El Al airplane
El Al airplane Photo: Moshe Shai / Flash90

An El Al flight that took off from Paris landed in Israel minutes before the Shemini Atzeret holiday began, forcing passengers to violate the holiday, Behadrei Haredim reported. Among the passengers was Jerusalem Mayor Nir Barkat.

According to the report, the plane landed at Ben Gurion Airport at 18:04, while the sunset in Tel Aviv was at 18:13 and Jerusalem at 18:16. The flight had been postponed for hours, and El Al notified the passengers that they would be landing close to the onset of the holiday.

El Al spokesperson Aryeh Frenkel defended the move, telling Behadrei Haredim that the passengers decided to stay on the flight despite being aware of the flight's anticipated landing time. "El Al reiterates its commitment not to fly during the Shabbat. The flight arrived at 17:56, while the holiday began at 18:15. All of the passengers were notified in advance of the anticipated landing time," he said.

"El Al has an arrangement with residents of Kfar Chabad, who host Torah observant travelers who have landed on flights close to the start of Shabbat or holidays. We allow them to leave the plane first and leave their luggage at the airport, " Frankel continued.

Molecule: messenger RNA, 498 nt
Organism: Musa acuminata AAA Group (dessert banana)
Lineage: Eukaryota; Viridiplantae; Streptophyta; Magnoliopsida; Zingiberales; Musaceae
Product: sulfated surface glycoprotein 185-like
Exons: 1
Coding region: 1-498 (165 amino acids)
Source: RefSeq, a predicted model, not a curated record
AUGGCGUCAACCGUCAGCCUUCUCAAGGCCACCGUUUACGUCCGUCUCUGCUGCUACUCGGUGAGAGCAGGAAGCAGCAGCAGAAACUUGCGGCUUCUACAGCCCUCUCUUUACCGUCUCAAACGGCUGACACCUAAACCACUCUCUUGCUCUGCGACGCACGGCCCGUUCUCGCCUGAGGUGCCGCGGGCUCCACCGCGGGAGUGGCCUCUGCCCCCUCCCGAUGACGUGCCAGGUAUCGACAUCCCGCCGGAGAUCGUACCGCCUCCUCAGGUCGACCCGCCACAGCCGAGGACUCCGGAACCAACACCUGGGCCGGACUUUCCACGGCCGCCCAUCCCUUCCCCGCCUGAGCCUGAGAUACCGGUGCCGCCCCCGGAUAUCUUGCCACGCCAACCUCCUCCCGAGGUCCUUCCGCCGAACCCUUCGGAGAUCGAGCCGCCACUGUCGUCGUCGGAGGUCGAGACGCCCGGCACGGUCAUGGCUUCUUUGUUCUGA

"In such cases, the rabbi of El Al receives a request and decides how to solve the problem that has arisen, but in this case, the rabbi did not receive any request from a Torah observant Jew. They informed the passengers of the late landing yet they chose not to stay in Paris," Frankel concluded.

El Al has had a thorny relationship with the issue of Shabbat observance in the past. In 1982, then-Prime Minister Menachem Begin forbade El Al from flying on Shabbat due to its status as the official airline of Israel. The decision was controversial, yet Begin refused to budge, saying in the Knesset that "Shabbat is one of the loftiest values in all of humanity".

In 2006, haredi Jews boycotted El Al after it allowed several flights to take off on Shabbat to clear a backlog in Miami. After the airline refused to promise that it wouldn't happen again, haredi leader Rabbi Yosef Shalom Elyashiv called on Jews to cancel their flights with El Al even if the move meant suffering an economic loss. Hundreds canceled their flights and a month-long boycott commenced, costing El Al an estimated NIS 1 million a day.

El Al eventually apologized and obligated itself not to fly on Shabbat or Jewish holidays, and haredi leaders removed the boycott.